Do homework when looking for that perfect pet

QUICKREAD

SHELTER STIGMA

It is often mistakenly assumed that you won’t find what you are looking for in a shelter, but, surprisingly, 20 percent of dogs in a shelter are purebreds. Shelters often have litters of puppies and kittens or you may find an older, mature pet that is already housebroken and doesn’t require much in the way of training.



If you’re looking to add a new puppy or kitten to your family, but are unsure how to go about it, the best place to start is by doing some research and learning what you can about different breed options.

Check the Internet and talk to your veterinarian and friends to make sure you are looking at a breed that fits your family structure, living situation and lifestyle.

Do you want a lap dog to keep you company on the couch or a running partner to accompany you on the trails. Do you have young children or elderly family members?

Do you live in an apartment or have acreage for a pet to run on? How much time can you devote to exercise?

These are just a few of the important questions that need to be considered before you bring home that new family member.

Once you’ve narrowed down your choices, first check your local shelter and humane society to see if any of their residents might fit the bill.

It is often mistakenly assumed that you won’t find what you are looking for in a shelter, but, surprisingly, 20 percent of dogs in a shelter are purebreds. Shelters often have litters of puppies and kittens or you may find an older, mature pet that is already housebroken and doesn’t require much in the way of training.

One benefit of selecting a pet from a shelter is that you will usually have a few days to visit your selected pet and get to know their personality before committing to lifelong ownership.

Also, as part of an agreement with local veterinarians, you will receive a free health check up within the first week to help assure that you are adopting a healthy new pet. This helps to reduce the risk that your new pet might have an unknown and potentially serious medical condition.

Grand Valley veterinarians provide spay, neuter and vaccine services to the shelters that are usually covered in the adoption fee.

If you are set on a particular breed and don’t find what you are looking for at the shelter, then start researching reputable breeders.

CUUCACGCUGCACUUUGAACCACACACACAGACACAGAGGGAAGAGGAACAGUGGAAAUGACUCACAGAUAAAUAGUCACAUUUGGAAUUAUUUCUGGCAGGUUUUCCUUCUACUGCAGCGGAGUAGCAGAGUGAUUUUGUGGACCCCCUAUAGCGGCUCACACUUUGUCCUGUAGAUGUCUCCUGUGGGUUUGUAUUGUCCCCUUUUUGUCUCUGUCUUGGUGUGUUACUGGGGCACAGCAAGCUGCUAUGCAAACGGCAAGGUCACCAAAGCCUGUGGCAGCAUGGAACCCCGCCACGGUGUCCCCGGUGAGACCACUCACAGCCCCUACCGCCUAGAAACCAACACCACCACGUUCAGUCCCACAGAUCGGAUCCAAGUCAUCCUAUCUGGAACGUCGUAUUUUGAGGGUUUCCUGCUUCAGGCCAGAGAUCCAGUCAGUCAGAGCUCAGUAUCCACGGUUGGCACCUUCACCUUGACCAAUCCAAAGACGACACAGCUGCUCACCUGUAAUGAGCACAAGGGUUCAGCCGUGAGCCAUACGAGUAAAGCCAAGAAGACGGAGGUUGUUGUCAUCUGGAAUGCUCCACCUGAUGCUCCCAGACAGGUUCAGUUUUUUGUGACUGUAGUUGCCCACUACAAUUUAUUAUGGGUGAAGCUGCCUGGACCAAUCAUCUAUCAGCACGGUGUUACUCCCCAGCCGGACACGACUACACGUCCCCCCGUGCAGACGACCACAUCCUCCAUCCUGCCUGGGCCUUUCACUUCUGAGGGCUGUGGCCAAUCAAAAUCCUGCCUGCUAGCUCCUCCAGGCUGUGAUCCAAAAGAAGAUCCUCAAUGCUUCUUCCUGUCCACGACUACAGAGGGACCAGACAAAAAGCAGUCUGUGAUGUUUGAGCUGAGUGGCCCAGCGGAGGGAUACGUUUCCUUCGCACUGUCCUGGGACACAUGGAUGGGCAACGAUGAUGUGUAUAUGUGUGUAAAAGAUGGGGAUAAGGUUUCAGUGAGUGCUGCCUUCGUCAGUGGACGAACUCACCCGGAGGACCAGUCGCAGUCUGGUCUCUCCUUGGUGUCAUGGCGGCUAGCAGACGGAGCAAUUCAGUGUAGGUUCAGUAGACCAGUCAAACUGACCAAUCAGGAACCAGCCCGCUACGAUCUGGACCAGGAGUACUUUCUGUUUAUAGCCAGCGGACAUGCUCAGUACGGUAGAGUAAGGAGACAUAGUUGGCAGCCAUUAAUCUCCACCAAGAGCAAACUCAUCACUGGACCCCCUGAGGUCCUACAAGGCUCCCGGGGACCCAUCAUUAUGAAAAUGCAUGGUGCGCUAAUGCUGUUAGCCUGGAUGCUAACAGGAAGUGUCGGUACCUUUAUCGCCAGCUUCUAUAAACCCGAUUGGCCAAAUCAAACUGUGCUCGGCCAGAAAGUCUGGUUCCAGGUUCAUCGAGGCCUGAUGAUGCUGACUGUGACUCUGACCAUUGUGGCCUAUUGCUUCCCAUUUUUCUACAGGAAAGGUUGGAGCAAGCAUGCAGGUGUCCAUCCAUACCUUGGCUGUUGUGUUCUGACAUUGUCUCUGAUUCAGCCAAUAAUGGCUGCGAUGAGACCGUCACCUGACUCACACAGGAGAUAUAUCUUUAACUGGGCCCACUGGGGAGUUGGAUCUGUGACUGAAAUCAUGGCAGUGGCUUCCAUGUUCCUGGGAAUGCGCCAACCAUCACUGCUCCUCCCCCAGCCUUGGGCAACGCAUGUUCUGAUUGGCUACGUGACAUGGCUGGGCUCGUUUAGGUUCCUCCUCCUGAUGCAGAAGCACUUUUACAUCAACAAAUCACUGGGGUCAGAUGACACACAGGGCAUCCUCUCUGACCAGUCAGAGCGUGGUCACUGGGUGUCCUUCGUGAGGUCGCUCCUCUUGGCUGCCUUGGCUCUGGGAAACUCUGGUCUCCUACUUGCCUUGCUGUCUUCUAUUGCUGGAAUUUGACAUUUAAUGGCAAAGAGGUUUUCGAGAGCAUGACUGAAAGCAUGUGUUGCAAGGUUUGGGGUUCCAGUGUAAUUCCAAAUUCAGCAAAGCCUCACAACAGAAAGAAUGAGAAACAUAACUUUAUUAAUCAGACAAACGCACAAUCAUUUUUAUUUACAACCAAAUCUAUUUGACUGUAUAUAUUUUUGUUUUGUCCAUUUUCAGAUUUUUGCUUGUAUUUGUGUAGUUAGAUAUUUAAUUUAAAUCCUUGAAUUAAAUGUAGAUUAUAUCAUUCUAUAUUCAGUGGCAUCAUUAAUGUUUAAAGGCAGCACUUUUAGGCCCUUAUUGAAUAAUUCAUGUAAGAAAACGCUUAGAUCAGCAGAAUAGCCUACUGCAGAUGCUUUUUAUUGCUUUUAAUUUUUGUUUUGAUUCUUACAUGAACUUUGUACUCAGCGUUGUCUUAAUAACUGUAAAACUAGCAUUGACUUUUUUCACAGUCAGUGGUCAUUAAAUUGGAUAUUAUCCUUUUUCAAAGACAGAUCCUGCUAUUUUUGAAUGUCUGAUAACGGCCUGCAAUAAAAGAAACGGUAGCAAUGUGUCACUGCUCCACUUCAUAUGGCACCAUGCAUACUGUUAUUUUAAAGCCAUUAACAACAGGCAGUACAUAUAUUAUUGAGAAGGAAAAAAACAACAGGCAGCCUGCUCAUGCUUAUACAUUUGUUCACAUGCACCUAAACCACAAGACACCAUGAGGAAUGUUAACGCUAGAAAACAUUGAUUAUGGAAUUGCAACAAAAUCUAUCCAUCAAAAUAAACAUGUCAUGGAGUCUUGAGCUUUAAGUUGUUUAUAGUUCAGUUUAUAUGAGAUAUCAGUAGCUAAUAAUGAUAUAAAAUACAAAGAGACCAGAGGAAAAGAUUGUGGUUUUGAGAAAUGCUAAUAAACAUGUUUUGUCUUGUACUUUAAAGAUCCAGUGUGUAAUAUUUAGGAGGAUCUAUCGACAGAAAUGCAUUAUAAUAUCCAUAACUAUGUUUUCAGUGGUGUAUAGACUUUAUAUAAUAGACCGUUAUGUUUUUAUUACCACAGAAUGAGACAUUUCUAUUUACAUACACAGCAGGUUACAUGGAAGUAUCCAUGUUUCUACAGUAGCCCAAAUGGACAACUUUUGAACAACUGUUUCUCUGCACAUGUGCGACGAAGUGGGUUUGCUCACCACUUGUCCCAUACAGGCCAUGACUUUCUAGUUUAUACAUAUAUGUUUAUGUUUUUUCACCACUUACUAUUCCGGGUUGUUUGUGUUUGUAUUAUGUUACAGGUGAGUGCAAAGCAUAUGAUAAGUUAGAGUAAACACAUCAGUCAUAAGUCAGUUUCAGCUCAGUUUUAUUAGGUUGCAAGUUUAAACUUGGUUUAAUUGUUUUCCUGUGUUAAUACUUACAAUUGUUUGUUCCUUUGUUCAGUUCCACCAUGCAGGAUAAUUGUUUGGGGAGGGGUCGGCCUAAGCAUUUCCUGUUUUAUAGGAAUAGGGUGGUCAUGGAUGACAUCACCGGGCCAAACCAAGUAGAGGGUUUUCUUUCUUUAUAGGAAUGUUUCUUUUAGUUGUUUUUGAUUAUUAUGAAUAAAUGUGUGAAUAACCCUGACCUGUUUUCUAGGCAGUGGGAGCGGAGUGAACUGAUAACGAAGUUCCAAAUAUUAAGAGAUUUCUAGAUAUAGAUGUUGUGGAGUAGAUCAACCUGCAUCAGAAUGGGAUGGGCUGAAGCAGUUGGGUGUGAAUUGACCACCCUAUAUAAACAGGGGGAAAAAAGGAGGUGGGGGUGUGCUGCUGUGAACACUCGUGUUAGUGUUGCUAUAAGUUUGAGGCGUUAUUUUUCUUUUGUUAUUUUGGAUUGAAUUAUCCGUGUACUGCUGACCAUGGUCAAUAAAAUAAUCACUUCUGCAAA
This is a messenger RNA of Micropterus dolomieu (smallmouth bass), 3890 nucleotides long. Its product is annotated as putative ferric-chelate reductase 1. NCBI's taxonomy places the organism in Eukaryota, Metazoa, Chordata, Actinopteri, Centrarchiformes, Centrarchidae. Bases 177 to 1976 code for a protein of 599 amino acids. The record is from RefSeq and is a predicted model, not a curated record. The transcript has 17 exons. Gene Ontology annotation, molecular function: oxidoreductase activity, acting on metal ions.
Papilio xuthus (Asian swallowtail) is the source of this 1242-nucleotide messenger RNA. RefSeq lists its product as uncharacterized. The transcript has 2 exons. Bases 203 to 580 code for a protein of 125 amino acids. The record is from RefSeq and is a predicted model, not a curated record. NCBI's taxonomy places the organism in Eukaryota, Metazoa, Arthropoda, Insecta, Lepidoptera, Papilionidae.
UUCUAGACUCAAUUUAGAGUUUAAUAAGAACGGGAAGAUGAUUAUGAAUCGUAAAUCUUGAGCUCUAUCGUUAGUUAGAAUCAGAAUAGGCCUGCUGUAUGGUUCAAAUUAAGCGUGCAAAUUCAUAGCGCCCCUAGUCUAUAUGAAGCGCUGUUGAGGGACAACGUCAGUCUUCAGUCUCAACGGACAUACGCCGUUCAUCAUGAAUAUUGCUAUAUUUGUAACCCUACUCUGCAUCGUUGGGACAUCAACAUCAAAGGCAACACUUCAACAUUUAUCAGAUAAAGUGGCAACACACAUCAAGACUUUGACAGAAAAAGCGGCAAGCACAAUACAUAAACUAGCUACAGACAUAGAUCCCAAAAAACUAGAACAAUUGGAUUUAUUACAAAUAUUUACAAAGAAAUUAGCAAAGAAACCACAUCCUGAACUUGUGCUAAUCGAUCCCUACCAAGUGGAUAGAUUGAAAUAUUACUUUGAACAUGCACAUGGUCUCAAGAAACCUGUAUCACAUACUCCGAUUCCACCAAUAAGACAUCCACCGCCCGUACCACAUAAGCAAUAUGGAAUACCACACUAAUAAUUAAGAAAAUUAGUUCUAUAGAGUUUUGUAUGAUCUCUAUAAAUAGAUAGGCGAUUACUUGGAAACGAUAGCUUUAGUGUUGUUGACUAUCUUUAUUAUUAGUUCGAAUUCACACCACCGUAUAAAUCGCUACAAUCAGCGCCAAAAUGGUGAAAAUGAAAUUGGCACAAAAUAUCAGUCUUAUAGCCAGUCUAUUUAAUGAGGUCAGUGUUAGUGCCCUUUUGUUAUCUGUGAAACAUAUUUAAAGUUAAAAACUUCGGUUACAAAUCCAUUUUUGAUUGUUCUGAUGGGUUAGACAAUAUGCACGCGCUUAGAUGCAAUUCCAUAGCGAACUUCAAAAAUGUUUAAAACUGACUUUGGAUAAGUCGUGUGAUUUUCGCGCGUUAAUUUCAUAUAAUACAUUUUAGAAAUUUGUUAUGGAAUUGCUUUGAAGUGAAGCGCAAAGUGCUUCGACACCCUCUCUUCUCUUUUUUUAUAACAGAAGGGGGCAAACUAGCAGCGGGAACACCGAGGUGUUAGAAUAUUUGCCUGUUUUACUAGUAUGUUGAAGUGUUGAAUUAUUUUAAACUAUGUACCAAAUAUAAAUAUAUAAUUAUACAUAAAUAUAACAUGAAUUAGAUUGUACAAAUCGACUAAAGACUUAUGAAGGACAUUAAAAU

A knowledgeable and reputable breeder will have a history of their mating pairs and should be willing to provide you information on several generations of their dogs.  Good breeders will have the initial veterinary visits completed including the first series of vaccines before they adopt out any animal.

Reputable breeders are in it for the love of the breed and understand that by the time a litter is weaned, has had shots and has been provided a proper diet, that there is little profit to be gained. They also should provide you a seven-day window to have a veterinary exam with a guarantee that allows you to return the pet if a health condition is discovered.

Backyard breeders often breed animals with congenital defects, don’t typically provide adequate vaccinations and will not help you if a problem is discovered. Worse yet is the unknown breeding history of the mating pair. We see dogs bred repeatedly, year after year just to make money for the owner.

A knowledgeable breeder will wait until the female is 2 1/2–3 years old before she is bred and they will wait the appropriate time between breeding (two to three heat cycles). They also should limit the total number of litters from any one female to two or three over the female’s lifetime.

The last thing you want is to be drawn into a litter of cute puppies in the grocery store parking lot.

These spur of the moment decisions often result in adopting the wrong pet for your household or sick pets that require long, costly medical treatments and leave you with no recourse or assistance.

Remember, you may have a pet as part of your family for the next 10–15 years, so please take your time. A little effort spent early will result in joy for years to come.

Drs. Tom and Tara Suplizio own Animal Medical Clinic in Grand Junction. The Suplizios are graduates of the Colorado State University Veterinary School. Email them at .(JavaScript must be enabled to view this email address).


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